Has the euro made prices increase?

The main objective of monetary policy is price stability, which aims to maintain inflation rates at a level lower than, but close to, 2% over the medium term. Since the creation of the euro in 1999, this objective has been, on average, respected in the euro area.

The surveys conducted amongst the public show that consumers often feel that inflation is higher than actual price indexes indicate. The studies of the ECB have notably shown that numerous factors can influence our perception of inflation.

  • We generally pay less attention to stable prices or to prices that are on the decrease than to prices that are on the increase, even though all of these changes are of equal importance for the calculation of the average inflation rate.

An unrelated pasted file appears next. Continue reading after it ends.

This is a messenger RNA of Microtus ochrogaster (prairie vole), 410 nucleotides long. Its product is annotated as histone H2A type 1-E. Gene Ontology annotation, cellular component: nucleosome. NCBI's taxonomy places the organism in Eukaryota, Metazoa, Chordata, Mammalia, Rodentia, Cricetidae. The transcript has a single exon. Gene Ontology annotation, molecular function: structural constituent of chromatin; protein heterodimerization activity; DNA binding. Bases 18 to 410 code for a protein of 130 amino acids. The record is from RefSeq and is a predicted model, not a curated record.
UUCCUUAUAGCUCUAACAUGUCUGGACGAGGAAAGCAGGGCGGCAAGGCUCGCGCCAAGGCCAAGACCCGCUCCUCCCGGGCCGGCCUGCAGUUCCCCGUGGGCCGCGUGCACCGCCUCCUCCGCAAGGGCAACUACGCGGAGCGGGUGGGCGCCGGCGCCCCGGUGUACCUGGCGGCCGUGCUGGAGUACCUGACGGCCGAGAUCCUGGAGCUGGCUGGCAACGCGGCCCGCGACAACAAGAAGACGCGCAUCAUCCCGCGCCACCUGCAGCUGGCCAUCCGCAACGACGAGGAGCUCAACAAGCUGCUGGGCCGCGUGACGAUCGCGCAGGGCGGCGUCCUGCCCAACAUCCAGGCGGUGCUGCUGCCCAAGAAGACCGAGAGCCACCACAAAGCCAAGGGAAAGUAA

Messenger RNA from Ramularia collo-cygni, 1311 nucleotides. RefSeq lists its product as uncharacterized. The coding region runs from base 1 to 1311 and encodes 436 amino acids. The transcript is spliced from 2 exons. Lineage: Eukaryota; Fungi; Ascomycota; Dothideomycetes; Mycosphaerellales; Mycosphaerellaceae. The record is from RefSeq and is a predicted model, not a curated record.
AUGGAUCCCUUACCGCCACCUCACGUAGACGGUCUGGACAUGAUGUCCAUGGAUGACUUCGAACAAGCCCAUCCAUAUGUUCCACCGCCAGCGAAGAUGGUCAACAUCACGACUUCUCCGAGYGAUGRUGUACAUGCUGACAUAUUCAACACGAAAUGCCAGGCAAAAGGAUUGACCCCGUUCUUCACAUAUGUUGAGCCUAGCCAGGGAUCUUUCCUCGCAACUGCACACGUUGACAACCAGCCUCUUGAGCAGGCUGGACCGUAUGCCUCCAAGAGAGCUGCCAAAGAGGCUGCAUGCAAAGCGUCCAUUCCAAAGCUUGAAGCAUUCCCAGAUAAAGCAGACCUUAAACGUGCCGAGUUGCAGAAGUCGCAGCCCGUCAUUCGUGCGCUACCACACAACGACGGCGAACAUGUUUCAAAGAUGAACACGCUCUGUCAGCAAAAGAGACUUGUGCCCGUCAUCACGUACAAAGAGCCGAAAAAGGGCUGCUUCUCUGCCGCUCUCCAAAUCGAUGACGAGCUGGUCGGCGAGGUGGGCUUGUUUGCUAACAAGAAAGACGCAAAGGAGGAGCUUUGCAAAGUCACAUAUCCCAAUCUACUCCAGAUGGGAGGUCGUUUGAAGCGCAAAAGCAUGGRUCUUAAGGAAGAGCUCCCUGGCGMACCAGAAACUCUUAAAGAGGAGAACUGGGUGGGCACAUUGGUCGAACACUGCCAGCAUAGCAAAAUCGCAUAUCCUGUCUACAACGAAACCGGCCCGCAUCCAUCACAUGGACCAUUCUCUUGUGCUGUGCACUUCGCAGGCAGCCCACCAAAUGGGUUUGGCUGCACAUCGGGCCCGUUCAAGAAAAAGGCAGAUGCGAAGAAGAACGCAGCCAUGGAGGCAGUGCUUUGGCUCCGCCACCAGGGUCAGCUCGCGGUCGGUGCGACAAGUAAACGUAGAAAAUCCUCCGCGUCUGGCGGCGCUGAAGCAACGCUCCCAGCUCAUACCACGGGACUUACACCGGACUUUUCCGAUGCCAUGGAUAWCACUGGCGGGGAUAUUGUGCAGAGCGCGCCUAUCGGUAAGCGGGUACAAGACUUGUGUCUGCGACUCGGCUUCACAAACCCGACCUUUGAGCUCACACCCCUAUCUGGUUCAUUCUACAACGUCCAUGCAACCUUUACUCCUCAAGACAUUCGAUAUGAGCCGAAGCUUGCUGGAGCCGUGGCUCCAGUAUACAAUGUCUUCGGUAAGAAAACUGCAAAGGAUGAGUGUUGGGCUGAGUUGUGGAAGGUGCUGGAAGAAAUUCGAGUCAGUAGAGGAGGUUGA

• On the other hand, we often pay too much attention to the variation in prices of goods and services that we frequently buy, like for example basic food products, which can lead us to over-estimating the actual inflation rate.
  • Furthermore, we as consumers have a tendency to compare current prices in euro to the price of goods and services in the old currencies. However, we generally do not take the inflation rate into account, which would have increased the prices of goods and services expressed in old currencies.
  • Finally, let us not forget that an increase in prices is often due to improved quality. We encounter this phenomenon, mainly for products that benefit from numerous technical advances. The example of cars explains this phenomenon well: their level of security has greatly improved but their purchasing prices have barely increased.